Got a new programmer, but perhaps not enough

Monday, November 6th, 2006

Funny how things work out. I contacted the contractor MIA and he just quit voluntarily. Then I had a mid-level programmer apply suddenly and get hired pretty much the same day.

Looks like about 6 months of full-time work left if I were to do the whole game by myself. I think the mid-level programmer can cut that down by 1-2 months, and the junior programmer possibly by 1 month. The graphics programmer might save some time if he finishes the effects early and helps implement the effects in gameplay. It would probably average out to 3-4 more months of programming, less the week already spent.

One thing I’m worried about is that simply finishing the game in 4 months is only a part of the whole process. Ramping up from 1-2 people during development to supporting 10,000 players is definitely non-trivial. Another thing is that good gameplay never comes out of a closed cycle. Only through beta testing, iteration, and feedback from the community. In the optimal situation, I would sit on the game in closed beta for 6 months. I have a suspicion that is going to happen anyway. There’s no point to releasing before the game is saleable. But that’s a bad thing, since it will essentially double the development cost. It’s going to be tough to figure that one out.

Need mid-level to senior people

Sunday, November 5th, 2006

My original plan for programming was to do most of the game work myself and have some junior programmers help me out to make things go quicker and take care of the small details.

This actually wasn’t a very good plan, because as I fill out the schedule I find that tasks can be categorized by the skill level of the programmer needed to do them correctly. Some tasks can only be done by me, some by any senior programmer, some by any programmer with gameplay experience, and some by junior programmers. My original schedule was to take the raw total hours, divide by 4 (the number of programmers) and figure out how many months that is. But that won’t work because most of the tasks are senior to mid-level, meaning with the people I have right now only I can do it correctly, meaning that I’ll never finish in the 3 months allotted.

This wasn’t total naivety so much as that I had never worked with any truly junior programmers before until now. When I thought junior I thought of my own skill out of college, which actually was mid-level. So in essence, the programmers I hired up to this point, except the lead programmer, aren’t really going to speed up the schedule.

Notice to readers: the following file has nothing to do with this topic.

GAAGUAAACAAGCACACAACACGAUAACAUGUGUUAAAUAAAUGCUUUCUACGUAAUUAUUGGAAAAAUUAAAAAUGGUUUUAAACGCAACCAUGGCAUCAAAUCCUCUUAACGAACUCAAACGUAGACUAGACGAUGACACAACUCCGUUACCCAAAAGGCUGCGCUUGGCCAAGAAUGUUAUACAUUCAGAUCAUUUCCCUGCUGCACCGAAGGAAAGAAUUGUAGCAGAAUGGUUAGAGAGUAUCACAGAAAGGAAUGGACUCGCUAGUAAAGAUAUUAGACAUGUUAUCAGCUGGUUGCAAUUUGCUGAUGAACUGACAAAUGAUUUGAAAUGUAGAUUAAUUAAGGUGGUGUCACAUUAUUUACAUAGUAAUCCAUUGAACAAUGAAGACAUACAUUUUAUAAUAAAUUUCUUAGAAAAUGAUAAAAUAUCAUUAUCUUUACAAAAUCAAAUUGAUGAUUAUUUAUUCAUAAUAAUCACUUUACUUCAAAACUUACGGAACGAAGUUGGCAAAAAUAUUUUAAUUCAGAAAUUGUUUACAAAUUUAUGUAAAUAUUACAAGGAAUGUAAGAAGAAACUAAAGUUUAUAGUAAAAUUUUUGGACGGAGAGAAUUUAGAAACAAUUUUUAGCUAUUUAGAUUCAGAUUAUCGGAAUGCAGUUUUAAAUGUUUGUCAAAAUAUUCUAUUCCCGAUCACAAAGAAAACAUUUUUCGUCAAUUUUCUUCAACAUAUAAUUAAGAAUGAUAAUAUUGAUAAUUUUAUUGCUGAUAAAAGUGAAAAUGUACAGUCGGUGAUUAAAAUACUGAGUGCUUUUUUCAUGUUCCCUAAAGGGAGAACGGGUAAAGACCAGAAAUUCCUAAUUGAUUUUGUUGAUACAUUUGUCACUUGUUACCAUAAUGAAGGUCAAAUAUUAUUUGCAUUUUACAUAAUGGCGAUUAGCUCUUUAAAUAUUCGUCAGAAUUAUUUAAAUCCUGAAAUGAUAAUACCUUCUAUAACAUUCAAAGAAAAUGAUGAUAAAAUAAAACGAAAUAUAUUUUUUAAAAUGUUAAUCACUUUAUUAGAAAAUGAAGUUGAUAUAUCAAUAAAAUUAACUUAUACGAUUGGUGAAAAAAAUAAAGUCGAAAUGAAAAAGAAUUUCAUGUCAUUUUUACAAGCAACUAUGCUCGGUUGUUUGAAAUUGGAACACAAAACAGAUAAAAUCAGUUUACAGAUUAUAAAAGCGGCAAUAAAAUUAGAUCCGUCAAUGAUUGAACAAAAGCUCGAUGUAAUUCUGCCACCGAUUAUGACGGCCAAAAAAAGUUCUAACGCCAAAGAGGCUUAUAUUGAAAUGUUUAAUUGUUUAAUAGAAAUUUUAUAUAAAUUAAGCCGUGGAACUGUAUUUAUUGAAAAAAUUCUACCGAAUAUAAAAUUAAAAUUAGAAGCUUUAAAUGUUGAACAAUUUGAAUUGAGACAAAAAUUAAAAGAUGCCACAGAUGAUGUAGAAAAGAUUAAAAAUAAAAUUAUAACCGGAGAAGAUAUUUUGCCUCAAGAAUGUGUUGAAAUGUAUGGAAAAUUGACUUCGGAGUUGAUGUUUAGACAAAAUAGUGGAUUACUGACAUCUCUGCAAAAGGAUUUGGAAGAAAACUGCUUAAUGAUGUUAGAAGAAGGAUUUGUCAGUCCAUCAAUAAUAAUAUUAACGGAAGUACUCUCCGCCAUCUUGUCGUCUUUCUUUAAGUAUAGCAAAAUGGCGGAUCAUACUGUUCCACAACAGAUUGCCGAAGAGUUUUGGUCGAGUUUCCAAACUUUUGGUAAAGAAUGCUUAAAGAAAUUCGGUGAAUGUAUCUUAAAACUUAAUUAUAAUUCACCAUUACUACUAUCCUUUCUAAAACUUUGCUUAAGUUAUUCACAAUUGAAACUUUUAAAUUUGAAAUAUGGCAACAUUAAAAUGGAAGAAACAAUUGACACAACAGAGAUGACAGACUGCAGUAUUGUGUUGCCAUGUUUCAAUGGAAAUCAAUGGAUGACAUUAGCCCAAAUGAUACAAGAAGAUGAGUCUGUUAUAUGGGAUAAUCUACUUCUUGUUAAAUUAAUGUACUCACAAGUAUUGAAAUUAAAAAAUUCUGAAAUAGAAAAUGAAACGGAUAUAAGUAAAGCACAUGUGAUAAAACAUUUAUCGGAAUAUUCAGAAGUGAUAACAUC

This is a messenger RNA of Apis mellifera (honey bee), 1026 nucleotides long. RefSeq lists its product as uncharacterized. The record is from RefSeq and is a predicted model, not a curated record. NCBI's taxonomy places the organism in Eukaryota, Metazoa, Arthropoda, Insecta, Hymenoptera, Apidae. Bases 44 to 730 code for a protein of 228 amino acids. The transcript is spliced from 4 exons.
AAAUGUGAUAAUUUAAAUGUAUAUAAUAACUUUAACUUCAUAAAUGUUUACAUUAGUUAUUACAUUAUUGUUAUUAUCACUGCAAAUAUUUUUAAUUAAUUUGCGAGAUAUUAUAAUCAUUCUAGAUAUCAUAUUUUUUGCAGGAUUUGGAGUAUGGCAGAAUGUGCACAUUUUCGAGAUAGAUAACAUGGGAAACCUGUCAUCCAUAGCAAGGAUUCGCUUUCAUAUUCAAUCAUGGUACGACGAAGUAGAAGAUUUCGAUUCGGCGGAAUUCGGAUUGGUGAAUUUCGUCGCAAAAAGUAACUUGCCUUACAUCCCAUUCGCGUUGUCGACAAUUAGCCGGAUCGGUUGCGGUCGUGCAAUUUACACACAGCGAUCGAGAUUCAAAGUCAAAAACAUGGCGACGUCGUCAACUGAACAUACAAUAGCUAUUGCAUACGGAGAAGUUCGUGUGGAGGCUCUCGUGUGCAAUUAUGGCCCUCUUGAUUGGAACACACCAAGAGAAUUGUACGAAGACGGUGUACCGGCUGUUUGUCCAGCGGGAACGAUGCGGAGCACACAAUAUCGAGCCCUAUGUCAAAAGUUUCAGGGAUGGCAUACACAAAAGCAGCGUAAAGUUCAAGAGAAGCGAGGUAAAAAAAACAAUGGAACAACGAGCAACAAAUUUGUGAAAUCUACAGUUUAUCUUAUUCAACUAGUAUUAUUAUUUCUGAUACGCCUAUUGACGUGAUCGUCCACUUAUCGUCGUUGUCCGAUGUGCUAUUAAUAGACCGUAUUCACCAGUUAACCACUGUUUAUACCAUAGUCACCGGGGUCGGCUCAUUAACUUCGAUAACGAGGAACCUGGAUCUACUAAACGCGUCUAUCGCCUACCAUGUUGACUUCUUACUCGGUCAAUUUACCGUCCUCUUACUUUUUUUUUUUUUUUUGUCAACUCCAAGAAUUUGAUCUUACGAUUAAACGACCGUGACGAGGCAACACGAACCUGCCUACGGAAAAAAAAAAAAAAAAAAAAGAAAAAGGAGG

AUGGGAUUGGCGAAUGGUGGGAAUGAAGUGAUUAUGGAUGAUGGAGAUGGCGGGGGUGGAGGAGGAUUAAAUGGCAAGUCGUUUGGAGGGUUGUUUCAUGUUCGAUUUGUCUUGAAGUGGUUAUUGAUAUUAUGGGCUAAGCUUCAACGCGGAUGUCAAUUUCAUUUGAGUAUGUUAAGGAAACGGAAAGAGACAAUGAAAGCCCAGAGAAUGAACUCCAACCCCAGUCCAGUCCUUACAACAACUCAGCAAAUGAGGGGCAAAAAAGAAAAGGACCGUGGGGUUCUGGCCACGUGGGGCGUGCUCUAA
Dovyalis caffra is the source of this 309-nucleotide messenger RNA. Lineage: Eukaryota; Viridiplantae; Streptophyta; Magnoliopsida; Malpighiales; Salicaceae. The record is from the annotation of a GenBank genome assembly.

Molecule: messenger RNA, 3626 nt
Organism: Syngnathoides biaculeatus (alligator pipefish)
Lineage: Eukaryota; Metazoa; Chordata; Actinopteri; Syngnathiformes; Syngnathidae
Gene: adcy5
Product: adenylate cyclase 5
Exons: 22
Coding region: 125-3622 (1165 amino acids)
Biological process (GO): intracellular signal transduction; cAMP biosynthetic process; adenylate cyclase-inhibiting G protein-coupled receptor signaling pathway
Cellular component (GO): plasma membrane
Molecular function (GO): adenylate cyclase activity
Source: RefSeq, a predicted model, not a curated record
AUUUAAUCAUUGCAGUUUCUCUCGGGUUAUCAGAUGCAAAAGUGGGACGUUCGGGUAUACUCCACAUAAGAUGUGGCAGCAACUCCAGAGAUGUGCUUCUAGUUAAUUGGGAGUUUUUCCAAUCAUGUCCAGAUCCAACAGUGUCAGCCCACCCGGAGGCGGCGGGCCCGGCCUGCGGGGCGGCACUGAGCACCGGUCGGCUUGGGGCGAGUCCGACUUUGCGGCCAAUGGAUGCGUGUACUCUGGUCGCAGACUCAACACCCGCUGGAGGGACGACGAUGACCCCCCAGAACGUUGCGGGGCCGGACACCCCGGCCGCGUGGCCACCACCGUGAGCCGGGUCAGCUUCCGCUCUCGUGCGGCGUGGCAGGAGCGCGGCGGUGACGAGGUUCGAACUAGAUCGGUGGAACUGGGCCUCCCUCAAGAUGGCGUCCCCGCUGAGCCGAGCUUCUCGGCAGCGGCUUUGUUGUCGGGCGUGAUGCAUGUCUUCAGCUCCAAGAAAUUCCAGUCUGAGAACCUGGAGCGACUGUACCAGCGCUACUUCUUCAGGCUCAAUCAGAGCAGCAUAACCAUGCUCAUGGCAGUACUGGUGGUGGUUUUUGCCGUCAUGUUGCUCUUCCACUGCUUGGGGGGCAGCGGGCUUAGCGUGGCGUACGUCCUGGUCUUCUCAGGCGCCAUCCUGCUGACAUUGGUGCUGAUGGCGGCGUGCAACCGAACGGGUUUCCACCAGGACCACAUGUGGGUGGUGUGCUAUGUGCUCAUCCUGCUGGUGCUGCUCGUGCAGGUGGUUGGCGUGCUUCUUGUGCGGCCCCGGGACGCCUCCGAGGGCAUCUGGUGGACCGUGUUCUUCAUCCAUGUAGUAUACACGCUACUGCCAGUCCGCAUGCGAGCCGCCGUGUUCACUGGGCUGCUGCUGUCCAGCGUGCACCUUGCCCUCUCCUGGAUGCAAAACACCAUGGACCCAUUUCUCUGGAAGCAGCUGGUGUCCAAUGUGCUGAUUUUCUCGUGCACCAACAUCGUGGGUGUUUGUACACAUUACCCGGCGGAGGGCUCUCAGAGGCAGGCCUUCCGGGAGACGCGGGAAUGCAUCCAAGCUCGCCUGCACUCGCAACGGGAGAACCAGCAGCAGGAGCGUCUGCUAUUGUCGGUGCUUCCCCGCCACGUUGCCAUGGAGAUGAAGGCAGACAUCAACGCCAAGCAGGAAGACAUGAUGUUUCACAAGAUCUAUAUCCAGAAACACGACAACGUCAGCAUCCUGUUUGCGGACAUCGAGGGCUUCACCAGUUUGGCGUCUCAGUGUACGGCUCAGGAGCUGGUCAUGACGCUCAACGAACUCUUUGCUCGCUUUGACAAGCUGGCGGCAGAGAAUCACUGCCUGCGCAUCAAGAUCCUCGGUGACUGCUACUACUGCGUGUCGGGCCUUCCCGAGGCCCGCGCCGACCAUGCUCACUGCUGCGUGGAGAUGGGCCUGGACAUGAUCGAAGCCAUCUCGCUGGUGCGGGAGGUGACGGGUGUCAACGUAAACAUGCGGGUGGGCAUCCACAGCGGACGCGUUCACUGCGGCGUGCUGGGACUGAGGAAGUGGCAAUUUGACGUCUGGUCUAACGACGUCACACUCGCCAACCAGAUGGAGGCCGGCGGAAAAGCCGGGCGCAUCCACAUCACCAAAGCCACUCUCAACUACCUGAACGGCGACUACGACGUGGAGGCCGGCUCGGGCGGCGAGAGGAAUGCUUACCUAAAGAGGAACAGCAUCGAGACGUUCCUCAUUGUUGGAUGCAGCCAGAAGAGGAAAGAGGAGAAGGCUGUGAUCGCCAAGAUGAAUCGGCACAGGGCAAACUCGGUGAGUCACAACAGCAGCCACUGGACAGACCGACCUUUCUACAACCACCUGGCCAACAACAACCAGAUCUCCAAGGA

The smart thing to do at this point would be to dump one of the junior programmers and hire 1 senior programmer and possibly 1 mid-level programmer. I’m not so cold-hearted as to just fire a junior programmer for no reason and will just go over-budget if I have to. However, the problem may resolve itself naturally.

Another contractor MIA?

Saturday, November 4th, 2006

This might be premature but I’m getting nervous about the second contractor I hired. Other than an hour or so the first day, he’s been missing in action (about 3 1/2 days now). About a day and a half ago I sent him an email he didn’t reply to either. Normally I would not care if a contractor was offline for as long as two weeks. As long as they get their work done in the end that is fine. But for someone who just started I’m not sure how they will work out yet. To simply disappear makes me wonder if they are working, if they decided they just don’t like the job, if they are having computer problems, or what. I made a mistake in giving him his first task with a duration of two weeks. If I knew his work ethic it would be OK but for all I know he could wait until 2-3 days before the deadline and then start, doing the work at the level of quality that would take 2-3 days to do, rather than 14 days needed.

I might be totally off my rocker here. Perhaps his internet is down, he is only online when I am sleeping, simply has no questions, didn’t think a response was required from my last email, and/or is planning to crunch his time on the weekend. I got the impression he was very professional during the interview so I feel a little more confident because of that.

In any case, I have a lot more appreciation for the difficulty of putting together a good team. It takes time, money, and skill to find the really good people.

First firing

Friday, November 3rd, 2006

I’m feeling really bad because the first contractor I hired for my company is turning out to be untrainable. I have no recourse at this point but to fire him and find someone else. Part of me feels shamed for taking this guy away from his current job and then having to fire him right away. Part of me embarrassed – how crappy of an interviewer can I be to hire someone like this?